Tag Archives: the soapbox

The Soapbox: “American Sniper” Isn’t Really A Film About War

The Soapbox: "American Sniper" Isn't Really A Film About War

A Republican yahoo made a movie about a Navy SEAL during the Iraq Occupation, and apparently no one foresaw that it would be a total shitshow that would send this country into online hysterics. Clint Eastwood is a man who accused an invisible Obama, alighting upon an empty stool, of being “absolutely crazy” at the Republican National Convention in 2012. He is also a man who is a lauded filmmaker and universally loved icon, because if America loves anything as much as a war movie, it’s a geriatric western star and his emotionally exploitative directorial work. “American Sniper”is the culmination of the unquestioning American patriotism that soars as high as an eagle and stands as strong as the second amendment, tied in a pretty bow by the antiquated standards of Hollywood. Keep reading »

The Soapbox: On Sex Addiction, Sex Work & The Wall Street Intern Who Quit Her Job To Pursue Porn

The Soapbox: On Sex Addiction, Sex Work & The Wall Street Intern Who Quit Her Job To Pursue Porn

Last week, a Wall Street intern quit her job to pursue porn. Paige Jennings, who goes by Veronica Vain, was working at an Lazard’s alternative-investments marketing group in New York when she “quit [Wall Street] before it fired me” (according to her Twitter page) after it was discovered she was tweeting nude selfies from inside the bathroom of Lazard’s offices.

I worked in the sex industry on and off through college as a stripper, and then later for a stint as a call girl, selling myself as a non pro on Craigslist and performing what amounted to “the Girlfriend Experience.” When I lost my job as a public school teacher after it was discovered I was writing and speaking openly about my past, I argued — as Jennings does so articulately in this interview — that sexy and serious needn’t be mutually exclusive, and that women have the right to do what they want with their bodies, and not be shamed for the choices they make.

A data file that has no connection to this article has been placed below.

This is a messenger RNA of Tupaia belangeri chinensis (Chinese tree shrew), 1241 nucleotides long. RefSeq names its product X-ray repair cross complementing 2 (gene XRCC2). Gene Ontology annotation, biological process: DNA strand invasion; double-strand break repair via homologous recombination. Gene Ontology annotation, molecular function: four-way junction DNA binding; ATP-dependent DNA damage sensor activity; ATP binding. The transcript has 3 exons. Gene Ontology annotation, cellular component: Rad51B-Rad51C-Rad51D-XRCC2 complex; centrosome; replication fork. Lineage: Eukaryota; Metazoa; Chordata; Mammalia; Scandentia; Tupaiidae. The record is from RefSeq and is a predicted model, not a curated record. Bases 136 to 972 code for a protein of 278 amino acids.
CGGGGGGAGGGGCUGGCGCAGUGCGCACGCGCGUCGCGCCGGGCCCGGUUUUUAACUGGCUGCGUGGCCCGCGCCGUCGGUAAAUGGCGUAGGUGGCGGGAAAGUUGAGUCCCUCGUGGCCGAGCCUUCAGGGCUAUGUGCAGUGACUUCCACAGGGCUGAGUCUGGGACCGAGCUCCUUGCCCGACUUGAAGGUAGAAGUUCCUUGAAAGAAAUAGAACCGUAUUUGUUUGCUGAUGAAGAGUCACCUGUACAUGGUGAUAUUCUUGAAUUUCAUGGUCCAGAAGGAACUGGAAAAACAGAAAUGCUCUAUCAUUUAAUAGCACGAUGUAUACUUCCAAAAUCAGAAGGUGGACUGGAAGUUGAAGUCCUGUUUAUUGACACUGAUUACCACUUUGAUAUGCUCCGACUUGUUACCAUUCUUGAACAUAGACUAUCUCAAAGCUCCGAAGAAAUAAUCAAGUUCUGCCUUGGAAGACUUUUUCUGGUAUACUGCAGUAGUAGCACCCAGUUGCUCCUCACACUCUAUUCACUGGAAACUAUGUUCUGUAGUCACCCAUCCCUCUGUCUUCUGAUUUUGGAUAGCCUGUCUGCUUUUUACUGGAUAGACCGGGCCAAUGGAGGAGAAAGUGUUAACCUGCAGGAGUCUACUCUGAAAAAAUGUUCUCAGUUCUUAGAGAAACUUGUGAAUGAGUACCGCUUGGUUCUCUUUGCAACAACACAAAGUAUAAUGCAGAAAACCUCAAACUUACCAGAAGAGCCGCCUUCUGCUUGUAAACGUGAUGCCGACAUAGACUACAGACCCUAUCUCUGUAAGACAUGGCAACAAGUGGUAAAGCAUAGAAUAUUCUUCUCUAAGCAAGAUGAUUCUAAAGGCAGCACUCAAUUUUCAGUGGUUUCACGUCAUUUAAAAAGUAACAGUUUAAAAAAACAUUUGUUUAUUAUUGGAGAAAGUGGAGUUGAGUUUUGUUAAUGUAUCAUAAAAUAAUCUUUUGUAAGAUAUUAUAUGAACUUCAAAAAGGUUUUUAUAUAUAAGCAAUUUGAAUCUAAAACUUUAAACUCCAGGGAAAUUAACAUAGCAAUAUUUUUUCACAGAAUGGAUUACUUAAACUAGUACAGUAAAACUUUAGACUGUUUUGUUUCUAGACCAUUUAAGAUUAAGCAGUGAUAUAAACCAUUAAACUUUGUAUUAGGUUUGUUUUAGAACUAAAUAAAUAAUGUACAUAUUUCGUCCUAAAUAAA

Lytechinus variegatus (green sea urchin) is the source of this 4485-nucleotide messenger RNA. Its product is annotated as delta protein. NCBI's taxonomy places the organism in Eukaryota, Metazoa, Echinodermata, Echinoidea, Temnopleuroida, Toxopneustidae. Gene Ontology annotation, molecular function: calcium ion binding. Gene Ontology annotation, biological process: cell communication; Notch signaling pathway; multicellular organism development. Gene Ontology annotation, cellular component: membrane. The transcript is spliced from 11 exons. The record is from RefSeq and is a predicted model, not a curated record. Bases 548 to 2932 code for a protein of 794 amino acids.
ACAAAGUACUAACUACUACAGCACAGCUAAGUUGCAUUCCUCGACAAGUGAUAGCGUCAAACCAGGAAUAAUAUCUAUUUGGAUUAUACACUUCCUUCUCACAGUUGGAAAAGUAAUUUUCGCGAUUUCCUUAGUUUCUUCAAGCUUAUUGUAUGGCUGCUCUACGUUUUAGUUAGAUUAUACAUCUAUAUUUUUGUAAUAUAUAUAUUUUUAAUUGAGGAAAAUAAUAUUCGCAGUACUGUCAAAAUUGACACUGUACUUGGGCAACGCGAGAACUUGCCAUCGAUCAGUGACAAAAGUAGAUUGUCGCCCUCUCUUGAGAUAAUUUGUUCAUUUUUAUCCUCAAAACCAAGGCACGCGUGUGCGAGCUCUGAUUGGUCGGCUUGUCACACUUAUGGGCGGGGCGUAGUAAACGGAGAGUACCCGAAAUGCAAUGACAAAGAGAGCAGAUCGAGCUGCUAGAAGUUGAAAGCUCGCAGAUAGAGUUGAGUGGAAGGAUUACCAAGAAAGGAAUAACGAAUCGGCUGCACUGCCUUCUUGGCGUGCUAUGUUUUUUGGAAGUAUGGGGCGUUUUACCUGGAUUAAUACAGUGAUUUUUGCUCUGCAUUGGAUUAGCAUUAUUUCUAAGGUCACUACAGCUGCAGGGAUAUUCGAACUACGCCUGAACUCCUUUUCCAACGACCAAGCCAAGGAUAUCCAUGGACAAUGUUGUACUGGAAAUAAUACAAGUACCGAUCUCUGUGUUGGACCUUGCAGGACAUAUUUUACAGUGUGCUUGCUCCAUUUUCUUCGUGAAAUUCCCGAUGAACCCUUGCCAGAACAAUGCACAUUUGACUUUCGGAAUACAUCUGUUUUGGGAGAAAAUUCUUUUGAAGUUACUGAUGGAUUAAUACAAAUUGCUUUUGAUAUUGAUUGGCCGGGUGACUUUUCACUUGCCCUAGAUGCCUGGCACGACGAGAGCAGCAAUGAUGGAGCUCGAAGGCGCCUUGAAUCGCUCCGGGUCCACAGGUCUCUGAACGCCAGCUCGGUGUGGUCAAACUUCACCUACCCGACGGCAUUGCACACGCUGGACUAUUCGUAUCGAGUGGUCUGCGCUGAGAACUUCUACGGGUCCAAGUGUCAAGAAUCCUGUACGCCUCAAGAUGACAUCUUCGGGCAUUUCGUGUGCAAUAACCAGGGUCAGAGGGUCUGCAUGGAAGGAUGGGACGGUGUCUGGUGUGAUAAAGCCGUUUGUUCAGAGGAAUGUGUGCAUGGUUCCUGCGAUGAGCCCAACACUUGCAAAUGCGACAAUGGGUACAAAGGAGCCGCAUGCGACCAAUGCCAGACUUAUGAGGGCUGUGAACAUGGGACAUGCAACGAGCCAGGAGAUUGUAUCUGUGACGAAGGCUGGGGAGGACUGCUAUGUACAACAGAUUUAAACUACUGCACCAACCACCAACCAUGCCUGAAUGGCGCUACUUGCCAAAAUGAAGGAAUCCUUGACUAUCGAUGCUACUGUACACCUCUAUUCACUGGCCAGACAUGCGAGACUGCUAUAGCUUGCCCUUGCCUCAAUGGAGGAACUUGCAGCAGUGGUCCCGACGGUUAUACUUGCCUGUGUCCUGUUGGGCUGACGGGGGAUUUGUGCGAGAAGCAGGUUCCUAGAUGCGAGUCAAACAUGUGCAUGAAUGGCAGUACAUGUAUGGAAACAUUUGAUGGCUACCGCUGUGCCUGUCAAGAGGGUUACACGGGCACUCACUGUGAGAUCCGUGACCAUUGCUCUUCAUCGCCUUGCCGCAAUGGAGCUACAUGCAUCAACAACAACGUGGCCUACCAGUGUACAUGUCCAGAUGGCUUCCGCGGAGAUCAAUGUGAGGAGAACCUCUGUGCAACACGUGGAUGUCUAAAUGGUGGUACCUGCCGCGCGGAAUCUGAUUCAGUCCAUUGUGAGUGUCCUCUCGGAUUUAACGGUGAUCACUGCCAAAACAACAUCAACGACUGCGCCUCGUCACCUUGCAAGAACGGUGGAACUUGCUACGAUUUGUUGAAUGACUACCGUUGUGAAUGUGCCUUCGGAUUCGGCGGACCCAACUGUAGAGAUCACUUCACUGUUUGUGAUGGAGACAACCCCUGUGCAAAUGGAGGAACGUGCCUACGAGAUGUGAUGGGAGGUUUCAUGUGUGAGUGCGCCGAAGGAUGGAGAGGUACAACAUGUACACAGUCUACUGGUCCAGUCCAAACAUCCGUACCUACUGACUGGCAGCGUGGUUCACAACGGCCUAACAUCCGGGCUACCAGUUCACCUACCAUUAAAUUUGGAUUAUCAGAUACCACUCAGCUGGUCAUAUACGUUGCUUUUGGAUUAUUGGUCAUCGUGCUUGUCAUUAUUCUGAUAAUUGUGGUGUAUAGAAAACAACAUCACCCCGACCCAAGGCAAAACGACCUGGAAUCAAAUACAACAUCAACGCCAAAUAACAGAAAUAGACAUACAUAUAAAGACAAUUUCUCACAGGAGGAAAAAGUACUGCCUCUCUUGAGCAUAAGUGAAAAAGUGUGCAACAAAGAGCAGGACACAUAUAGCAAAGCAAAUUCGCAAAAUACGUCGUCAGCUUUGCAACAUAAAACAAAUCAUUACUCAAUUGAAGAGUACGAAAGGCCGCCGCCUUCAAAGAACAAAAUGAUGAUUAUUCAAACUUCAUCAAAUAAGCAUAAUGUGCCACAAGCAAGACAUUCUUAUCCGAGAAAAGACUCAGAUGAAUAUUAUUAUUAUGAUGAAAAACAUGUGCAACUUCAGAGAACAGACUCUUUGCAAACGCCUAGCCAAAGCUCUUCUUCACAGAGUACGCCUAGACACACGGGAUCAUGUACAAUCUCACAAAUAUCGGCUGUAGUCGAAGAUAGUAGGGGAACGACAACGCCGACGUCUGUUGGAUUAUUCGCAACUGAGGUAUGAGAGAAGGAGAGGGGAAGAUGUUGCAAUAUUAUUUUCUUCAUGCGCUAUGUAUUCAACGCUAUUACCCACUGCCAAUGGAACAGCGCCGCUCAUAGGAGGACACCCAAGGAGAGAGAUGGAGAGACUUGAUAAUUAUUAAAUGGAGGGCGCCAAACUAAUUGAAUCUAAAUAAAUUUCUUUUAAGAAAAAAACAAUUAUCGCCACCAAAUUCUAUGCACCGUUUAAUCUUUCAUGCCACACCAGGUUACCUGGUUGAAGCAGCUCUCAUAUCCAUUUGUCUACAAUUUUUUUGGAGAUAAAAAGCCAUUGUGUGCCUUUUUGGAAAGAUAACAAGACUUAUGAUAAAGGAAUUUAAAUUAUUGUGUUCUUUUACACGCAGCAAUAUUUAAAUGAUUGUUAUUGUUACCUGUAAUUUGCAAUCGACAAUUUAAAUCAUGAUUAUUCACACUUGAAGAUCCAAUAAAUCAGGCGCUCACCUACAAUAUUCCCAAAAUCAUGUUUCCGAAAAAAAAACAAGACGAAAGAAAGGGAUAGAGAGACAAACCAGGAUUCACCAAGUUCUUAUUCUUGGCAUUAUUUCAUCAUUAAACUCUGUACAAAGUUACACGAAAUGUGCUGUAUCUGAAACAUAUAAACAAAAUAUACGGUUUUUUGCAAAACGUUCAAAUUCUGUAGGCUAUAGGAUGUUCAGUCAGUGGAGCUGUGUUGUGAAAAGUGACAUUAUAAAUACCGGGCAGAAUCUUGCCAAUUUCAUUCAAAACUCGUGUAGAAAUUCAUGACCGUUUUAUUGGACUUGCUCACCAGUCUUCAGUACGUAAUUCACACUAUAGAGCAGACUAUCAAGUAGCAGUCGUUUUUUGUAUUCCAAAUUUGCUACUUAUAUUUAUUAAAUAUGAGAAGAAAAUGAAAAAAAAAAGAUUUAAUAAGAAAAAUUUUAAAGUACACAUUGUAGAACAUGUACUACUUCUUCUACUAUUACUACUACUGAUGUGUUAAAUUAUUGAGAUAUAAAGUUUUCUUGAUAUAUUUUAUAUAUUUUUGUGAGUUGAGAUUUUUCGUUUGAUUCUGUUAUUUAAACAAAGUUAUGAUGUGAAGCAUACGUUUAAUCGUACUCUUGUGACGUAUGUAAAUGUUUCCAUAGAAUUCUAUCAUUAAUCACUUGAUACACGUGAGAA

My participation in the sex industry was my choice— and I defend a woman’s right to make that choice. That said, I think it’s fair to critically examine people’s choices, just as I’ve learned to critically examine my own. Keep reading »

The Soapbox: On The Sacrifices Expected Of Immigrant Nannies

The Soapbox: On The Sacrifices Expected Of Immigrant Nannies

I have a deep-seated resentment of White parents who specifically hire Black immigrant women or people of color as nannies. Whenever I go to the park or take a stroll through New York City on any day of the work week and see large groups of Black or minority women pushing strollers with little blonde or brown-haired children in the seats, I cringe. As the holidays approach, the sight becomes even more troublesome for me. This isn’t because there is something inherently wrong with people of different races being caretakers for White children, but because I know far too well the intricacies of that dynamic, namely the many sacrifices these women of color often make to secure and keep such work, and the unfair and demeaning conditions sometimes imposed on them by their White employers. See, I was the child of an immigrant, Afro-Caribbean live-in childcare worker. And I know what she faced. Keep reading »